THE Neknominate craze taking social media by storm does nothing more than highlight the ever-present dangers of binge drinking and alcohol abuse, according to Lyndon Community addiction medicine specialist Rod McQueen.
A social media drinking stunt that started as a chain-mail game in the United Kingdom in January last year, Neknominate relies on participants filming themselves skolling alcoholic drinks before nominating their friends to do the same.
The videos are then posted on social media sites, more often than not Facebook and Twitter.
Mr McQueen said the nature in which the game has spread proves alcohol is still one of the biggest drug problems facing all levels of government.
“It illustrates an interesting point,” Mr McQueen said.
“The state and federal governments are out there telling us synthetic drugs cannabis, speed ... they’re all dangerous and addictive substances, but alcohol has always been a problematic substance.
“You only have to look at what they’re facing in Sydney at the moment.”
Mr McQueen said there was also “social pressures to deal with” when encountering such a craze, adding adolescents battle certain patterns, peer acceptance and peer identity when participating in such games.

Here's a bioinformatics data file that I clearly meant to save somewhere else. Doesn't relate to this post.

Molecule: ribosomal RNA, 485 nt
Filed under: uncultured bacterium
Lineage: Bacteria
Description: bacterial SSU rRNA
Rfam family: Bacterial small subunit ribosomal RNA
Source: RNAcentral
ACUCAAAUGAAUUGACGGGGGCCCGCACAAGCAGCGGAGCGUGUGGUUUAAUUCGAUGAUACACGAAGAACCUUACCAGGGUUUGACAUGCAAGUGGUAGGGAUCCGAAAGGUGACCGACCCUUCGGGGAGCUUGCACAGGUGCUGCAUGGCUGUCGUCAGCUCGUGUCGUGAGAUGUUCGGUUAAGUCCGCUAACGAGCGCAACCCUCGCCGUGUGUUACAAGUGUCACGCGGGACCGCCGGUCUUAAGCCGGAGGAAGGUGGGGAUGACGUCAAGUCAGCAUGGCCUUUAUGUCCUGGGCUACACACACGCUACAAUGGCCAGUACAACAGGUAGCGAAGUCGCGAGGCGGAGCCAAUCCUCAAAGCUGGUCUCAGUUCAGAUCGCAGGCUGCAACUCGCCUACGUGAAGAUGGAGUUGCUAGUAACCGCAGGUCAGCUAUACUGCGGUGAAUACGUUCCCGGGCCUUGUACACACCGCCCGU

A 24-year-old Orange man, who declined to be named, said what originally started out as a bit of fun between his circle of friends has quickly become something “social media has taken hold of”.
He added peer pressure ensured most people completed their nomination.
“There is [peer pressure] to a point,” he said.
“I know in my group of friends if it wasn’t done they’d have a bit of a go at you.”
A string of videos has emerged of nominees going to great lengths to out-do their mates, and it’s then Neknominate becomes dangerous, the 24-year-old said.
“I’ve heard of people being handed penalties if their nomination isn’t done in 24 hours,” he said. “With mine, I was always going to do it. But it’s when people take it to the next level, like necking a bottle of [Jim] Beam or doing it upside down, that’s when it gets out of hand.”
The social media prank has also claimed its first high-profile victim, with All Black flanker Steven Luatua forced to apologise for his appearance in a video involving the social media-fuelled drinking game.
The Auckland Blues star is seen in a video pouring beer down the throat of an unidentified man.